Games are rereleased all the time. Since the average shelf life of a game is measured in weeks rather than months, game publishers find convenient ways of reissuing some of their stronger titles in order to give them more exposure throughout the year. The typical "game of the year edition" or "platinum hits" version of a game offers nothing more to those who played the original release than a discounted price and a shiny, new box. However, The Elder Scrolls III: Morrowind Game of the Year Edition is an exceptional case. This reissued version of last year's incredibly huge Xbox role-playing game includes a ton of new content as well as a few notable gameplay tweaks, making it easily recommended for Morrowind fans. On the other hand, those who were put off by Morrowind's huge, open-ended world will find an even huger, more open-ended world to be intimidated by in Morrowind Game of the Year Edition.
Morrowind Game of the Year Edition is actually best suited for those who already consider themselves to be Morrowind fans.
Specifically, Morrowind Game of the Year Edition includes the 200-odd hours' worth of content from the mid-2002 release of The Elder Scrolls III: Morrowind, as well as the content from the two retail PC expansion packs, Tribunal and Bloodmoon. These were both published in the past 12 months, and each in turn offered an appreciable amount of new territory to explore, new quests to undertake, new weapons and equipment to find and use, new enemies to fight, and more. The back of the box touts "100+ hours" of new gameplay, and that's an accurate assessment of what these expansions have to offer. Much of this content is marginally better than that of the original Morrowind--the quests are more complex, the dungeon crawls are longer, and so on. The new content is also more challenging, since it's intended for those who finished the main quest of the original game. As these players would expect, saved game data can be transfered over from the original game to Morrowind Game of the Year Edition.
Not that Morrowind stops you from trying to get to the new material before you're ready for it. If you want to head straight to the large, snow-covered island of Solstheim, featured in the Bloodmoon expansion, go right ahead. Or, pursue Tribunal's main quest to find yourself in Mournhold, the capital city of the land of Morrowind. Tribunal offers a fairly linear experience as compared with the rest of the game, but in the context of this otherwise highly open-ended gameplay, it can be a refreshing change of pace. But Bloodmoon is the better expansion of the two, in no small part because it lets you contract that popular disease called lycanthropy.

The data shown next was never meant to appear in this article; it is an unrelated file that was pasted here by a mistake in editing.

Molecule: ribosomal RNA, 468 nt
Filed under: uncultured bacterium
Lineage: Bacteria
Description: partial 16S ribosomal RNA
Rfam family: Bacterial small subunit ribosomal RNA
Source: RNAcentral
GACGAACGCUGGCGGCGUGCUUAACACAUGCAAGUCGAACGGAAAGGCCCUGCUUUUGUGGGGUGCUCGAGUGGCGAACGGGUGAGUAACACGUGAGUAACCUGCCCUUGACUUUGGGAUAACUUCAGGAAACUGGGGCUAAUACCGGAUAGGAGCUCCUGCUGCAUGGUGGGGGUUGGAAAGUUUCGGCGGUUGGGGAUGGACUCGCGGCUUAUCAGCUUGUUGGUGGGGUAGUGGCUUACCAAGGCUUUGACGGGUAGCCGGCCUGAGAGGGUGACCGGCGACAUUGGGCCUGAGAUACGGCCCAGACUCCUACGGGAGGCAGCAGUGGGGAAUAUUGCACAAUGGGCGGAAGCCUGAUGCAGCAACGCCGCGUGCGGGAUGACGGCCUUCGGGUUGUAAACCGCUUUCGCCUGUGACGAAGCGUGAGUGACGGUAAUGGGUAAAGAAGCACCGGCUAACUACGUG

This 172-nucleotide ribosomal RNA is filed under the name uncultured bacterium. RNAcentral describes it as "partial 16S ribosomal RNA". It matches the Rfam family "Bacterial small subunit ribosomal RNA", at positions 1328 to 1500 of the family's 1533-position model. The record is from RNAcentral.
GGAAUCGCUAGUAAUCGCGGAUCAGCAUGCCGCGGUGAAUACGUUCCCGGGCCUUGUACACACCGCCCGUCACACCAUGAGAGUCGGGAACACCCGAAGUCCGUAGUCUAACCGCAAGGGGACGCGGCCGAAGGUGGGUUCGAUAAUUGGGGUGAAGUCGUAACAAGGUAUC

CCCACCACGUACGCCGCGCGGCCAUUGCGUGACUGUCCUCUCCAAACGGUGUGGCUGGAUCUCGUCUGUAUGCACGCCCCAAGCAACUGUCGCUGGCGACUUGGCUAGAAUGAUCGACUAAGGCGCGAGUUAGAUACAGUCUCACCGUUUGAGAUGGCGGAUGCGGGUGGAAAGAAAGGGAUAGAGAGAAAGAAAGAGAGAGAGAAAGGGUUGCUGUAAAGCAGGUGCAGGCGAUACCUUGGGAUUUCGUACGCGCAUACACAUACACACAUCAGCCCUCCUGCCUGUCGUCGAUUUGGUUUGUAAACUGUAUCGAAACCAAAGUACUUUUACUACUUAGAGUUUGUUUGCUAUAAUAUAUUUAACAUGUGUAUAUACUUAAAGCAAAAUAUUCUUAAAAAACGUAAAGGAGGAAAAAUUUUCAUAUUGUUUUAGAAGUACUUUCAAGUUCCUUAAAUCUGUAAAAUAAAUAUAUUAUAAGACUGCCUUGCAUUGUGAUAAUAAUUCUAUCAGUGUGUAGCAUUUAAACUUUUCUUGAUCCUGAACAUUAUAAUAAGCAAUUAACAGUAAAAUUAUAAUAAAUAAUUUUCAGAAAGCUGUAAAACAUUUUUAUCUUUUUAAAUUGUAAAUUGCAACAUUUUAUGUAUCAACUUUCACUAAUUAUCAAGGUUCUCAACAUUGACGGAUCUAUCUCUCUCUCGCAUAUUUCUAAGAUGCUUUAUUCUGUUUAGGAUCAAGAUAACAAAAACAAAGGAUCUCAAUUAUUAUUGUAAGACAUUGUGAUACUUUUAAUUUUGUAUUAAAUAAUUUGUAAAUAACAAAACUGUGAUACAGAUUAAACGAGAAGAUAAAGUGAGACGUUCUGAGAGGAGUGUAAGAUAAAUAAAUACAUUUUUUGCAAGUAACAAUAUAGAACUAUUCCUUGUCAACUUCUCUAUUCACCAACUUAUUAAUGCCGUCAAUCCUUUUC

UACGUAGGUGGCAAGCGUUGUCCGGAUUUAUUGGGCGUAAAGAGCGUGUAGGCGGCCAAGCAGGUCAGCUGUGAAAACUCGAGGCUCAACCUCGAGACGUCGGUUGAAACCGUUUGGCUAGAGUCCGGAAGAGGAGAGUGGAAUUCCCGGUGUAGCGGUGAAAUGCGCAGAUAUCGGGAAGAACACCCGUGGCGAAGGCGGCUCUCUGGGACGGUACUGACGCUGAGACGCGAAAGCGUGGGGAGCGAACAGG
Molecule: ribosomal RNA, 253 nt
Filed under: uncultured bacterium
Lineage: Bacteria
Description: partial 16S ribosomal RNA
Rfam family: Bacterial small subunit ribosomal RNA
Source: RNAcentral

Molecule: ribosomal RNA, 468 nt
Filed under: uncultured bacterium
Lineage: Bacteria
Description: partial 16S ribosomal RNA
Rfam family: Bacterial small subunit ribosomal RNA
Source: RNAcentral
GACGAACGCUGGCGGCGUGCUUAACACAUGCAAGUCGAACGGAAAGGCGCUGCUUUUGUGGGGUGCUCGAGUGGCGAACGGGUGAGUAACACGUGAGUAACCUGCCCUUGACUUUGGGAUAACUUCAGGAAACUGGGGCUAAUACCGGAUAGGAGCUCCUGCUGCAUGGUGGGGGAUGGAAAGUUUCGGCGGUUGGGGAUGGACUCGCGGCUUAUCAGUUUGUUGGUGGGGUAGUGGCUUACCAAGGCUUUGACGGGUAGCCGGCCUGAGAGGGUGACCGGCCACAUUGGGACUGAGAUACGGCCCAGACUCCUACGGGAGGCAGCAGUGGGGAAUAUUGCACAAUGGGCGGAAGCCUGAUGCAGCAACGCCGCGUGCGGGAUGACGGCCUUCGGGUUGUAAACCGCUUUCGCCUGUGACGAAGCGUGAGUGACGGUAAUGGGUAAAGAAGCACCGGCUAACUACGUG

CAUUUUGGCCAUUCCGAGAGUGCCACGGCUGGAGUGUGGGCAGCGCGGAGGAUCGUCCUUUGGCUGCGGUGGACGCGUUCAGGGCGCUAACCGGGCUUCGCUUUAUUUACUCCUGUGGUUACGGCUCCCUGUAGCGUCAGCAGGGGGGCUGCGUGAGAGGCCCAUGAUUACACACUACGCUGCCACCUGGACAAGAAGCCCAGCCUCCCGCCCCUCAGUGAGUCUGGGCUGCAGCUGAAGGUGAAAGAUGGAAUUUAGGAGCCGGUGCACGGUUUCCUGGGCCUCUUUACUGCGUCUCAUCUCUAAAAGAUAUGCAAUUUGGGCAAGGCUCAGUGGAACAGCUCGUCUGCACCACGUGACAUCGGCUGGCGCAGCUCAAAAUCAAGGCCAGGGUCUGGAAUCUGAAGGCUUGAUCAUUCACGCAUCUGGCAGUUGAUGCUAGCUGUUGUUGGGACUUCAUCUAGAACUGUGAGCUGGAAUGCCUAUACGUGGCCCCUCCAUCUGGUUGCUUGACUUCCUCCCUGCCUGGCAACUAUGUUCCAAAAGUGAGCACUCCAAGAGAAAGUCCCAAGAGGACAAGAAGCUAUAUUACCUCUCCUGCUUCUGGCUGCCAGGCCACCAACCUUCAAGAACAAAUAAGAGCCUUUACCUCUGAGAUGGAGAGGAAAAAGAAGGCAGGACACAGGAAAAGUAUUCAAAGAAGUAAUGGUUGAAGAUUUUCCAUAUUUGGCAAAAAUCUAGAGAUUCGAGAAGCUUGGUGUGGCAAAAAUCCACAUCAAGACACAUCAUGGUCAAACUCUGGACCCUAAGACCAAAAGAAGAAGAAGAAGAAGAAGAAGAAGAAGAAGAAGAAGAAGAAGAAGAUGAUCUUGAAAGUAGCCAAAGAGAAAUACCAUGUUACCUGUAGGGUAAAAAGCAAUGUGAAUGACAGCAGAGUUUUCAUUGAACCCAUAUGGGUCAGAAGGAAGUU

Becoming a werewolf is as much a curse as it is a blessing, but it certainly changes the dynamic of Morrowind. For one thing, in werewolf form, you move about much more quickly than you do normally--at times, the relatively slow standard walking speed of Morrowind can grow wearisome even for the game's devoted fans. You must kill to sustain yourself, but your razorlike claws and pounce attack enable you to do so rather efficiently. Just watch out for silver weapons, and be sure to stay out of sight when night falls or dawn breaks--if you're caught changing to or from a werewolf by any civilized creature, society won't just shun you, but will attack you on sight. However, it's not difficult to keep your new personality quirk a secret.
Morrowind Game of the Year Edition has some other, new features. The most notable of these is straightforward enough, but it makes a big difference during gameplay: You can see a health meter for the opponent you're fighting. In the original release of Morrowind, there was no good way of knowing whether you were severely damaging an enemy with your attacks or barely scratching it, but now you'll know exactly how close you are to taking down your opponent. Furthermore, Tribunal lets you fight alongside mercenaries or hire several different pack animals, a feature that isn't terribly well developed but that can alleviate some of the sense of loneliness you'll get from traveling Morrowind's huge world mostly by yourself.